Practical Advice for Those Heading to College
Financial literacy is an essential part of planning and paying for postsecondary education. Making sound financial decisions requires:
- Understanding the wide range of financial products, services and providers available.
- Creating a financial plan to help reach your goal.
A financial plan serves as a roadmap for how to manage your money on an ongoing basis. At its most basic, a financial plan:
- Defines your money goals.
- Identifies the steps to reach those goals.
- Guides you through the steps.
For guidance, the National Endowment for Financial Education has created a guide called “40 Money Management Tips Every College Student Should Know.” The guide includes tips to create a financial plan, as well as smart ideas for saving, spending and protecting your money.
Practice Good Credit Habits.
Even if you don't need loans to pay for college, you eventually will need to borrow money.A higher credit score can save you thousands of dollars over your lifetime through lower interest rates and easier access to funds.
Here are a few ways to build and maintain a good credit score (700+) while avoiding financial headaches.
- Always pay your bills on time. To avoid late fees, note the due dates as soon as you receive statements. Keep a copy of all bills and loan payments you make.
- Don't bounce checks. Writing a check for more money than you have available in your account leads to fees from both the bank and the merchant where you wrote the check. Bounced checks also can get you into legal trouble. Keep track of your account balance and leave a cushion so you never have to worry about bounced checks or overdrafts fees.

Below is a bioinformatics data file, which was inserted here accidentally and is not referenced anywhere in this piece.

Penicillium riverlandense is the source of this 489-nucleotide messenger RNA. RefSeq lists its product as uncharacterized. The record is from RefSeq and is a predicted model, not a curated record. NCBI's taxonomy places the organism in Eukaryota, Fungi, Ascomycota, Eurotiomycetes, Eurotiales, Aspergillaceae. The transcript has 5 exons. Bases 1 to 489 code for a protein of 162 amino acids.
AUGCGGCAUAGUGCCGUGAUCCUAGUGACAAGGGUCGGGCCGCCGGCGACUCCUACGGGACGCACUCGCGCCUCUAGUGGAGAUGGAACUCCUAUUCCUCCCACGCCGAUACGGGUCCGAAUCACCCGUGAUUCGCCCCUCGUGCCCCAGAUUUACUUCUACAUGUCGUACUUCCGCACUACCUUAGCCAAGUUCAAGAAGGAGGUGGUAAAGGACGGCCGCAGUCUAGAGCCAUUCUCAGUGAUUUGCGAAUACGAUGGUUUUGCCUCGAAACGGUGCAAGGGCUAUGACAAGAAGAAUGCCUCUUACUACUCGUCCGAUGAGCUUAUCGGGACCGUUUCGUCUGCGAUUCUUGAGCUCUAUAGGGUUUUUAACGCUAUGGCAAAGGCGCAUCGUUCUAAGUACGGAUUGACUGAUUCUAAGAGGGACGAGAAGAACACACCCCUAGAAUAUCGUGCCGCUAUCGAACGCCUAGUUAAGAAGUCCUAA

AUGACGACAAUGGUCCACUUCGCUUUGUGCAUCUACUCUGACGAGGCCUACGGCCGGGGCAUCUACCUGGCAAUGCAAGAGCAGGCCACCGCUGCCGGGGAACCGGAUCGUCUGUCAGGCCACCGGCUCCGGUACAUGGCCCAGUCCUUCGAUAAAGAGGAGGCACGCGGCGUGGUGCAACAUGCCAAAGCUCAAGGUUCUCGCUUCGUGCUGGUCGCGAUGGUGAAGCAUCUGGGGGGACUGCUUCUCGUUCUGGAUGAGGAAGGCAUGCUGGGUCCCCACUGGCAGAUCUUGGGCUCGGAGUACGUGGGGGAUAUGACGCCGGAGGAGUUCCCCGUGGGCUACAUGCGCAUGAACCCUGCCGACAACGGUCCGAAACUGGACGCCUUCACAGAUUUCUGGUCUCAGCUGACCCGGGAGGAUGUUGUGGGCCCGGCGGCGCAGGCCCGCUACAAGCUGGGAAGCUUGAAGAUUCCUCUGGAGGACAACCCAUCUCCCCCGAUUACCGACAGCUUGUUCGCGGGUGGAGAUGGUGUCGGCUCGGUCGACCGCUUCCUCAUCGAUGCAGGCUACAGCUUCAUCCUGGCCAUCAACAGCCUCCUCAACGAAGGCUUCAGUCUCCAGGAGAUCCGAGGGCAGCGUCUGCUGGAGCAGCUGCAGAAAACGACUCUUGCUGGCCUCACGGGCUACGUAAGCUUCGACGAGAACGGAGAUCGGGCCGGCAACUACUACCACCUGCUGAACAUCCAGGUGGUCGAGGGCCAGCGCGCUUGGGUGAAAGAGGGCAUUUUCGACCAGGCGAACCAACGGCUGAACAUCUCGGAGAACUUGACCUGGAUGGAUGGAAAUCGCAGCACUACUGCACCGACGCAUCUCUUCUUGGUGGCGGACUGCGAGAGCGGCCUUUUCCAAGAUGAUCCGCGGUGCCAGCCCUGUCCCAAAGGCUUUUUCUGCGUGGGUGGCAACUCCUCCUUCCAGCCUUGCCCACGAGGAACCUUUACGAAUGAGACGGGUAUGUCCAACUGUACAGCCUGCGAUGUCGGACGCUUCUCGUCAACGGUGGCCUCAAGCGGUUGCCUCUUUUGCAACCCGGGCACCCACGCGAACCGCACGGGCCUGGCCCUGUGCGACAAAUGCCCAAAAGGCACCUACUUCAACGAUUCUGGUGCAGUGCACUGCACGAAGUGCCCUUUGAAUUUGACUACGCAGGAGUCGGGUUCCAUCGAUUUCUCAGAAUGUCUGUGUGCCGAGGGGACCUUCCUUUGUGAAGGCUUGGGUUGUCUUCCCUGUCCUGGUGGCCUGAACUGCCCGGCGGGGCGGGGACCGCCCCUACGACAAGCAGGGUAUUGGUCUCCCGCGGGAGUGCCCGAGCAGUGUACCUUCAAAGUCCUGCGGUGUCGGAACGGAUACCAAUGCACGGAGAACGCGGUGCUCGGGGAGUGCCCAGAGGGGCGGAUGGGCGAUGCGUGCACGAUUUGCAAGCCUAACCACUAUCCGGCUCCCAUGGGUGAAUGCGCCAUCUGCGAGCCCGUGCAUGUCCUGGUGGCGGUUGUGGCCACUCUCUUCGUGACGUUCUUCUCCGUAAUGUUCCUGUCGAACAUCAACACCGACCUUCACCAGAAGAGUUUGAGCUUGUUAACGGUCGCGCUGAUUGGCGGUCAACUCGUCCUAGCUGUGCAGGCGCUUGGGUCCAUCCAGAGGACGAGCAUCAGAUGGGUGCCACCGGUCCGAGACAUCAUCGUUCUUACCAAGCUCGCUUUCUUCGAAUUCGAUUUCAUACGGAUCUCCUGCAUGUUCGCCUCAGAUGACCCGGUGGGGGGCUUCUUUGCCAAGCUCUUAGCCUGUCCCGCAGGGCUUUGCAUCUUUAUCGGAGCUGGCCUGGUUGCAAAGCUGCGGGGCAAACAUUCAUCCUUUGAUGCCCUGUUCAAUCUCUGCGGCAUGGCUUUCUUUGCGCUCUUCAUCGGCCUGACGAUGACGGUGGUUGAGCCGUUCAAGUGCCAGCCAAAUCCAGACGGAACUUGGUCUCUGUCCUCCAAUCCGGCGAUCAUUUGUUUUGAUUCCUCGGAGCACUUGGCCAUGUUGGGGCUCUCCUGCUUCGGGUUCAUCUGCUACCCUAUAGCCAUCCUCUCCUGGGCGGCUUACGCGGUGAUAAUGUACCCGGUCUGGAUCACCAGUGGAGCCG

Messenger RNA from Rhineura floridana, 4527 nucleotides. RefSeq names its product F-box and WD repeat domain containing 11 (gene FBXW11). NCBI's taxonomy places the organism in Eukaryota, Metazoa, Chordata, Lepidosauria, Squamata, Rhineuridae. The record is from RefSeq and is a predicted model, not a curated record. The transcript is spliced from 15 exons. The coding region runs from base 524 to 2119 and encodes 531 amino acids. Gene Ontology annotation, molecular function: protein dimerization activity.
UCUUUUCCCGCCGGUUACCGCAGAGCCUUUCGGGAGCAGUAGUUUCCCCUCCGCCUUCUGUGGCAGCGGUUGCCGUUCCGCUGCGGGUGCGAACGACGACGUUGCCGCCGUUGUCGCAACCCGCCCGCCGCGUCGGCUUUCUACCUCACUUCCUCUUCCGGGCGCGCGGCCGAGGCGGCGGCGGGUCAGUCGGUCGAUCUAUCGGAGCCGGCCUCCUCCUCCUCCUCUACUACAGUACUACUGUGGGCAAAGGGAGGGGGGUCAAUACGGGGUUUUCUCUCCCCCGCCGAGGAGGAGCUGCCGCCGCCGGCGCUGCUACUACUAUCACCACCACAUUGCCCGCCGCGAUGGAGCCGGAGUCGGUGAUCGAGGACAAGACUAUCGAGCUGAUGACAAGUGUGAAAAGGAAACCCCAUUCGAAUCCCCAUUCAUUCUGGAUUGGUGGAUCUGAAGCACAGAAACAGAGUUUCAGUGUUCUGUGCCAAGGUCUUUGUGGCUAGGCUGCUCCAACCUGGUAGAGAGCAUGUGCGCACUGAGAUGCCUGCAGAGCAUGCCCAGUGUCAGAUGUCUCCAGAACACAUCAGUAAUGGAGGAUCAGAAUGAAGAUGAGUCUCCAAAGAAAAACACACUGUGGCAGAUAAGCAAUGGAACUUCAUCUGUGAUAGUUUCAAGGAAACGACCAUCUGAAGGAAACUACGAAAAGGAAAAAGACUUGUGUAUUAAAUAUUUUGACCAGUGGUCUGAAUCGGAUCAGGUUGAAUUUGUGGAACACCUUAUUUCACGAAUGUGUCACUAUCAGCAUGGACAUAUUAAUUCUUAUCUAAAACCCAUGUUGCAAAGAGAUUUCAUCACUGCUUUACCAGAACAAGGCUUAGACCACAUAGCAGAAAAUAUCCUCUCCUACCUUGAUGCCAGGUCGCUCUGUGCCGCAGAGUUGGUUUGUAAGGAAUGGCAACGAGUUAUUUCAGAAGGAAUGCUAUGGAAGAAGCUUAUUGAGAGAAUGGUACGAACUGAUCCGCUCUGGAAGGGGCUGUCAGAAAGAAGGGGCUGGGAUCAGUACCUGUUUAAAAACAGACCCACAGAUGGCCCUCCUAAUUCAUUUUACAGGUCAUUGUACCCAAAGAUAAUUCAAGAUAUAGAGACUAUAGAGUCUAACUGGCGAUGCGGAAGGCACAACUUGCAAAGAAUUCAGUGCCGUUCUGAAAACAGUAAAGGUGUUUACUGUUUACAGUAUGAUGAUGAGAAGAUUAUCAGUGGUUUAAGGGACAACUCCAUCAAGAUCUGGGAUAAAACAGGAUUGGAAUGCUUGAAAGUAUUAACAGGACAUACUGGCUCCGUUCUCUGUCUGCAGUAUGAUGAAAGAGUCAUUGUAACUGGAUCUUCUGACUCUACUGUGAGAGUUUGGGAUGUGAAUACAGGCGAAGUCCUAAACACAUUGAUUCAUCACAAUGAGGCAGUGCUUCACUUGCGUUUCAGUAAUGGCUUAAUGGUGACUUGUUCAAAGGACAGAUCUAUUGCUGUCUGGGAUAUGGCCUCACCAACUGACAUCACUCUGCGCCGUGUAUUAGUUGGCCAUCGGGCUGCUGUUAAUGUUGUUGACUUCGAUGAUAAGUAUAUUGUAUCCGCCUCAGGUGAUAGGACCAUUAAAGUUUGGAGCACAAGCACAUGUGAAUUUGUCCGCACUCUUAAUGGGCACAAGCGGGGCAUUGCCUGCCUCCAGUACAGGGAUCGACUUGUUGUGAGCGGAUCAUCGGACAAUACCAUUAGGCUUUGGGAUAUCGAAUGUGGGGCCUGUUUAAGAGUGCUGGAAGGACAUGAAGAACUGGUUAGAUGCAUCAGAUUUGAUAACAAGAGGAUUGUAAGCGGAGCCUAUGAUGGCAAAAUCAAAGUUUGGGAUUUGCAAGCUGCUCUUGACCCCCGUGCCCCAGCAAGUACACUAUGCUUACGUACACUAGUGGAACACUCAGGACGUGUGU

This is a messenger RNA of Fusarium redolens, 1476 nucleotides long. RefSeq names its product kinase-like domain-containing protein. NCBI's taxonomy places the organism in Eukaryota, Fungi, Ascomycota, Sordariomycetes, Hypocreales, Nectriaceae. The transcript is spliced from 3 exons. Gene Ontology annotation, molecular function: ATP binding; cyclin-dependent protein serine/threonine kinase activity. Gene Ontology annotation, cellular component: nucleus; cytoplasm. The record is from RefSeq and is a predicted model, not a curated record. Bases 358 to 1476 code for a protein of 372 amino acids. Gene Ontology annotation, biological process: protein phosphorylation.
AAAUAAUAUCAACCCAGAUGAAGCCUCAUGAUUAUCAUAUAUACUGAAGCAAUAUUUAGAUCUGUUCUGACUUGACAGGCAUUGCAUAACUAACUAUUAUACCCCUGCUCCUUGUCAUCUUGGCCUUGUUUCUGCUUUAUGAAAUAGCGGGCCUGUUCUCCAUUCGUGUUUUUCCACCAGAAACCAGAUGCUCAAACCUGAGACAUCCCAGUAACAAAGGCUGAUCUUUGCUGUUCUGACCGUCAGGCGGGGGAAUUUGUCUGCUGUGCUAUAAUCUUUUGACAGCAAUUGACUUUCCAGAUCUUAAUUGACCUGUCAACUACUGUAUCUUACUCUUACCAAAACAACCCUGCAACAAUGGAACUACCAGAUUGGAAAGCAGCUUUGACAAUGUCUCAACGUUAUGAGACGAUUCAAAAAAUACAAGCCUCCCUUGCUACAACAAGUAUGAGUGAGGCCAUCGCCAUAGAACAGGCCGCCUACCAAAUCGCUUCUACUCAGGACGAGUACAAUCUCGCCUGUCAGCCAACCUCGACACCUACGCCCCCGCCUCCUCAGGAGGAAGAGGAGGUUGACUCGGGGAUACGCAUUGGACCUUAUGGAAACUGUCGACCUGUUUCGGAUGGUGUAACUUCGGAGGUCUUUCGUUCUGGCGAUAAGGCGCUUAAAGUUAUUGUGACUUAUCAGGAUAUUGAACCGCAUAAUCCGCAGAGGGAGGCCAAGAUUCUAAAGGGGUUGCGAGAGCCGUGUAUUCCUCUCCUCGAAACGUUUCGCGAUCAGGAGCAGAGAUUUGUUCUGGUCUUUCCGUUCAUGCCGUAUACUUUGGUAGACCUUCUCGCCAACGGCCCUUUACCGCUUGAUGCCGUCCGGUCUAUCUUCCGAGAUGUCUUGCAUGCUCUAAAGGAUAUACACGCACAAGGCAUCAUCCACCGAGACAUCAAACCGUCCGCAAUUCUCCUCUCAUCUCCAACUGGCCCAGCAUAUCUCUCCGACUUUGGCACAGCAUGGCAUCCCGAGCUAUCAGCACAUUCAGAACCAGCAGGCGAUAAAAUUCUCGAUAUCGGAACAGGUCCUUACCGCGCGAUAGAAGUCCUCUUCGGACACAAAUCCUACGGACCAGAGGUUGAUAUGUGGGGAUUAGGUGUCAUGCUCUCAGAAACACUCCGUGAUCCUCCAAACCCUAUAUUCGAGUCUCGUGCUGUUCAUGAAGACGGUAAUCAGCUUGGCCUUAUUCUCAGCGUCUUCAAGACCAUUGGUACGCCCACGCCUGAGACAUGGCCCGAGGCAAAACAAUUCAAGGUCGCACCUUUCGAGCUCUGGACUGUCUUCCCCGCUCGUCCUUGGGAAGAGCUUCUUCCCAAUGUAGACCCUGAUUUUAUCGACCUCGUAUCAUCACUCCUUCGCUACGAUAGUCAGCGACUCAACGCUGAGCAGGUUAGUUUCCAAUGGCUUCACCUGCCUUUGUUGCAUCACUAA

Use Credit Card Sense.
Credit card interest can put you in a financial hole. If you want to start building your credit history, choose one card with a competitive interest rate. Pay the balance in full each month.
Don’t Ignore Credit Problems.
If you find yourself in financial trouble, don’t ignore the problem. Whether you’re missing payments, bouncing checks or increasing your debt, you are negatively impacting your credit score. Ignoring the problem will only make it worse. Get help. Your local financial institution or college financial aid office may be a valuable resource to help you get back on track.
This content has been provided by Practical Money Skills and is intended to serve as a general guideline.